Unit standard cased, prepared to deploy with ‘Highlanders’ to Afghanistan
Spc. Brandon A. Bednarek,
4th BCT, 1st AD Public Affairs:
For the second time in more than a year, the 4th Brigade Combat Team, 1st Armored Division, gathered to case their brigade colors Friday to represent their Afghanistan deployment to advise and assist security forces in the eastern part of the country.
The ceremony, which was held at the Fort Bliss and Old Ironsides Museums, paralleled the historical significance behind the casing of a unit’s colors. Taking from the traditions of the earliest warriors, the Army established colors for each of its units to serve as both a distinct identifier in battle and a rallying point for troops. When a unit deploys to combat, their colors are cased and travel with them to theater where they represent the unit’s history, honor and esprit de corp, said Col. Terry P Cook, brigade commander.
“Today’s color-casing ceremony marks the departure of the remainder of the brigade’s Security Force Advise and Assist Teams in support of Operation Enduring Freedom,” he said.
The Highlanders’ latest tour comes only nine months after the brigade uncased its colors and officially returned from its deployment to Iraq in support of Operation New Dawn.
“In the fall of 2011, our political leadership made a decision that it was time for the coalition forces to begin stepping back and letting Afghan forces take the lead on the battlefield,” said Cook.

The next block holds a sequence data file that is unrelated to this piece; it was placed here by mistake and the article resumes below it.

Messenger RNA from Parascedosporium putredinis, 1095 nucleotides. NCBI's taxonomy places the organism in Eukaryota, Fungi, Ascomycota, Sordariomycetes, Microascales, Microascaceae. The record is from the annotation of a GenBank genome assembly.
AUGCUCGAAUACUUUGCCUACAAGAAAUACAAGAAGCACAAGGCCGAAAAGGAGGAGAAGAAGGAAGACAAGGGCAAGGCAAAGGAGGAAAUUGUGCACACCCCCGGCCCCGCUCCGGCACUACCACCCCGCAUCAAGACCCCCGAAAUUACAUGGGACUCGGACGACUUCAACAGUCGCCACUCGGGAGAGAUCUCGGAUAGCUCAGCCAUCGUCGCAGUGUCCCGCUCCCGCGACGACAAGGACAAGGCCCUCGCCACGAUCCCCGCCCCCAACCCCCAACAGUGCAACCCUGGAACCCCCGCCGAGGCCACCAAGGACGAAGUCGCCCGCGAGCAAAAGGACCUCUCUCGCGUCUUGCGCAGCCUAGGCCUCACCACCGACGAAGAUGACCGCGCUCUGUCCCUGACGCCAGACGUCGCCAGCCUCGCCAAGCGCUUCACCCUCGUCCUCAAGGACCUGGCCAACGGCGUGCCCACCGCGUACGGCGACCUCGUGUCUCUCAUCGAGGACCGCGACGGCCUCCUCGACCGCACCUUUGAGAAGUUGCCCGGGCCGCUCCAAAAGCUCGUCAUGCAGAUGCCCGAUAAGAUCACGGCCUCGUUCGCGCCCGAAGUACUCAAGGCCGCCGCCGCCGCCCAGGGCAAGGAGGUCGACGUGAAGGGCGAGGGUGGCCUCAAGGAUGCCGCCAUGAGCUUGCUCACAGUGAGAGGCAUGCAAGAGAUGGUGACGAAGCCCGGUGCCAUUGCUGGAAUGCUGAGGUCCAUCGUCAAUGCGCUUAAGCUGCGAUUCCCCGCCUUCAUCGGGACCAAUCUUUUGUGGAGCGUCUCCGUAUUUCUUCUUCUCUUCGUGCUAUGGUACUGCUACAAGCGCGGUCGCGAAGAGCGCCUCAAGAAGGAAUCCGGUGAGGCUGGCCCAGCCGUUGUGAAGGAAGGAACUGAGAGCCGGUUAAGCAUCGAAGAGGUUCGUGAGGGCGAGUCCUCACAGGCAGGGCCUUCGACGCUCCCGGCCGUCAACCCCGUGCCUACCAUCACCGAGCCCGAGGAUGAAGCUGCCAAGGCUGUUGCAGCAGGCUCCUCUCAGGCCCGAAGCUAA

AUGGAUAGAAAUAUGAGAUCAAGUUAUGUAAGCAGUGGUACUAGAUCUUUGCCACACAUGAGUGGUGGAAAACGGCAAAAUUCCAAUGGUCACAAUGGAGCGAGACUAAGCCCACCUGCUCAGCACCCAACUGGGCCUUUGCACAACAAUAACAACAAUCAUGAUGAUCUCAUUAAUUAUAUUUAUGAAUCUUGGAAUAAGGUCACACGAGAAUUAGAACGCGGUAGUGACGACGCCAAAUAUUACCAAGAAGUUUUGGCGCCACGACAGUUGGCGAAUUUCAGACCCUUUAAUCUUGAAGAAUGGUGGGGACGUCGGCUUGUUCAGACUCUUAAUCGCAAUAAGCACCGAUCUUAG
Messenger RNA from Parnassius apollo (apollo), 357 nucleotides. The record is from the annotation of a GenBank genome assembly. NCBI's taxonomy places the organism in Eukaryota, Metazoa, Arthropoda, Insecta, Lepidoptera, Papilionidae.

With the intent to withdraw all troops by 2014, the ISAF introduced the security force assistance concept to accomplish that particular mission. Unlike Operation Iraqi Freedom, however, brigades deploying to Afghanistan were not being trained to execute the advisory mission, he continued.
In order to bridge that gap and allow the Army to fully train entire brigades for the new role, it hand-selected three brigades to help undertake the change in mission. The Highlanders, who were still deployed to Iraq, were one of the three units chosen to serve as a security force assistance brigade in Afghanistan, said Cook.
“Their mission, at the end of the day, is an operational and tactical mission, but it has strategic implications,” said Maj. Gen. Dana J. H. Pittard, 1st Armored Division and Fort Bliss commander.
The SFAAT teams, which contain the unit’s battle-tested and well-trained senior combat veterans, will spend roughly the next 270 days advising and assisting the Afghan National Police and Afghan National Army at the battalion, brigade and corp level, said Pittard.
The successful conclusion of American operations in Afghanistan will be a direct result of the unit’s SFAAT involvement in helping Afghan Security Forces independently manage security of their country, he said.
While the unit embarks on its mission overseas it will also continue its mission of training the nearly 2,000 Soldiers still remaining at Fort Bliss, with Lt. Col. Jeffrey Merenkov, deputy commanding officer, and Command Sgt. Maj. Richard Clark, brigade command sergeant major, leading the Highlanders from the rear-detachment position.
“The Highlanders stand well trained and ready for the upcoming mission,” said Cook. “Our job will not be easy and will hold many more challenges than this last year, but I have the utmost faith and confidence that we will succeed.”
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